Yeah! Welcome to our place. You know some of us are cool because we're hot, while others are hot because they're cool – but whatever our style we're your type of dude, or should that be ‘fude'. Hey, let me tell you a little more about us – there's a lot to know.

We capsicums, or sweet peppers as we're known in the USA, are closely related to the hot chillies, but we're sweeter tasting and not at all hot to eat. Most of us are glossy, smooth-skinned, and blocky (10-12cm long by 6-10cm across), with three to four lobes which slightly taper to one end. Some of us are long and tapered looking like a cow's horn or dagger. Our thick walls enclose a large hollow and segments which our seeds are attached to. We come in a range of colours most commonly green or red but other colours, including golden yellow, black, brown, mauve and orange are available.


We're generally available all year round with our best value being November to June.

Did you know?

  • We're really fruits but are prepared like vegetables.
  • If we're left on the plant long enough we turn from green to red or gold. Other capsicums can also turn brown, purple or yellow.
  • We belong to the same family as chillies but are much milder and sweet tasting.
  • Paprika and cayenne pepper (both well-known spices) are different varieties of capsicums that are more suited to drying.
  • Red capsicums contain a higher vitamin A and C content than green capsicums.
  • Americans call capsicum ‘bell peppers', but our correct name is capsicum.


We're normally sold on colour or, occasionally, on shape.

Why Capsicum Are Good To Eat

  • Red capsicums have very high levels of vitamin C – 1 capsicum has enough vitamin C to meet the daily needs of 10 people and yellow and green capsicums have nearly as much
  • Red capsicums are also rich in beta carotene which the body converts to vitamin A, an excellent source of vitamin E and a good source of folate (one of the B vitamins).
  • One red capsicum contains almost the equivalent of almost 2 teaspoons of natural sugar, which is why it tastes so sweet and delicious. Yellow capsicums are sweet with natural sugars too, but green capsicums have much less sugar, so they're a little more bitter.
  • 100g capsicum has 90 kJ (green) to 105 kJ/100g (red).

How They are Grown and Harvested

We grow on a medium sized bush, up to 1 metre, which produces white flowers. We prefer a warm tropical climate and do not like extreme changes in the weather.

We form following fertilisation of the flower and are picked at the preferred colour stage – usually green or red. It takes 11 to 13 weeks from the time our parents are planted (as seedlings) for us to reach maturity.

Green capsicums are picked when we're ripe and have an all over green appearance. If left on the bush for another week or two we will slowly change to a vibrant red colour.

Our parent plant is very brittle so care must be taken by the pickers when snapping us off from the bush.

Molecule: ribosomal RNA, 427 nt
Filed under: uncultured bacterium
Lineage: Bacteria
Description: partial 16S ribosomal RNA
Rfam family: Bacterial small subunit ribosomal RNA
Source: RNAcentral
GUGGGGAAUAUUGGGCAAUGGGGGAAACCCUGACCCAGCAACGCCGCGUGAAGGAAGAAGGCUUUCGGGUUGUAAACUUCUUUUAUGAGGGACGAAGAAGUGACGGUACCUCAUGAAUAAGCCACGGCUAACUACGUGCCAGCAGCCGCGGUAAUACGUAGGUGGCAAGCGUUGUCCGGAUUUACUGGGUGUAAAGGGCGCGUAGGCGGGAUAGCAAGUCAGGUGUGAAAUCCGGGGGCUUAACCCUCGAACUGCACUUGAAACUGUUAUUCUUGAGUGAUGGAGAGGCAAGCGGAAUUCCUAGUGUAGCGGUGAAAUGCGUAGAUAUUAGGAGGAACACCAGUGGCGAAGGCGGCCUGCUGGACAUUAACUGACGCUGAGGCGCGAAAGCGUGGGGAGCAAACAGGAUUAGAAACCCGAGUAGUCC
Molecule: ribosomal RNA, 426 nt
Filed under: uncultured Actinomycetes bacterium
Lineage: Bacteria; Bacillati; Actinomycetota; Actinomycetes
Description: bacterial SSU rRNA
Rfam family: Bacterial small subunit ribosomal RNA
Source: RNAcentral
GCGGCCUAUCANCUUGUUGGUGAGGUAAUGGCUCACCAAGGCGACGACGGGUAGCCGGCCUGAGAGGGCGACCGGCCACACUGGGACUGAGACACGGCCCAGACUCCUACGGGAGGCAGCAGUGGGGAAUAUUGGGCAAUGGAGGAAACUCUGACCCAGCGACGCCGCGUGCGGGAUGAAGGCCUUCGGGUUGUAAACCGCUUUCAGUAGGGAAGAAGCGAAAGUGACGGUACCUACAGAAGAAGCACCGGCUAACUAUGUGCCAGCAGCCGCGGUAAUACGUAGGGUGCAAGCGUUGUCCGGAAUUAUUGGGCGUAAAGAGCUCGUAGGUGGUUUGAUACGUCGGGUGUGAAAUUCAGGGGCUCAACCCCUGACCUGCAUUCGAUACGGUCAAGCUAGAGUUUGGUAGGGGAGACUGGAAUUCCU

Choosing Capsicum

Select those of us which are firm, with glossy, unwrinkled skin. Avoid dull looking capsicum with soft spots or blemishes.

How to Keep Capsicum

Store us in the vegetable crisper or in a plastic bag in the refrigerator. Use within 5 days.

Prime Growing Areas

History of Capsicum

We capsicums, along with our close relatives the chillies, come from tropical America and have been used for thousands of years. There is evidence from some historical sites that chillies have been used since about 7000 years BC. The first record of their cultivation was about
5000 BC.

The explorer Christopher Columbus took us from the West Indes back to Spain with him. From there we spread rapidly throughout Africa, India and Asia and then very much later to Australia. It was the European and Asian migrants to Australia who have been responsible for our increased popularity over the past 20 years.

Fun Ways to Eat and Cook Capsicum

We're great to eat raw as a snack, in salads or with dips. Simply remove the stem top, white ribs and seeds. Serve as a vegetable or add to casseroles, stir-fries, fried rice, pies or omelettes. Microwave or stir-fry for 2-3 minutes or bake, whole or cut in half and stuffed.

To skin us, place under a hot grill or in hot oven until skin blackens. Place in plastic bag until cool enough to peel skin off.

Curried Capsicums
Fry a sliced onion until soft. Stir in 1 teaspoon curry powder and 1 clove minced garlic and cook 1 minute. Add 3 different coloured capsicums, thinly sliced and saute 5 minutes or until just soft. Stir through 4 tablespoons yoghurt and 1 teaspoon soy sauce, heat and serve.

Stuffed Capsicum
Remove top and deseed medium capsicums. Fill with any mixture of cooked leftover vegetables or spaghetti bolognaise. Sprinkle with buttered breadcrumbs and Parmesan cheese. Bake in moderate oven until tender.

Cheese And Capsicum Rolls
Combine 250g cottage cheese, 1 red capsicum, deseeded and diced and 2 stalks celery, thinly sliced. Spread 6 slices of ham with wholegrain mustard. Lay a lettuce leaf on top and flatten gently with hand. Add cheese mixture and roll up. Serve on a bed of lettuce or rice salad garnished with extra capsicum. Great for snacks or school lunches.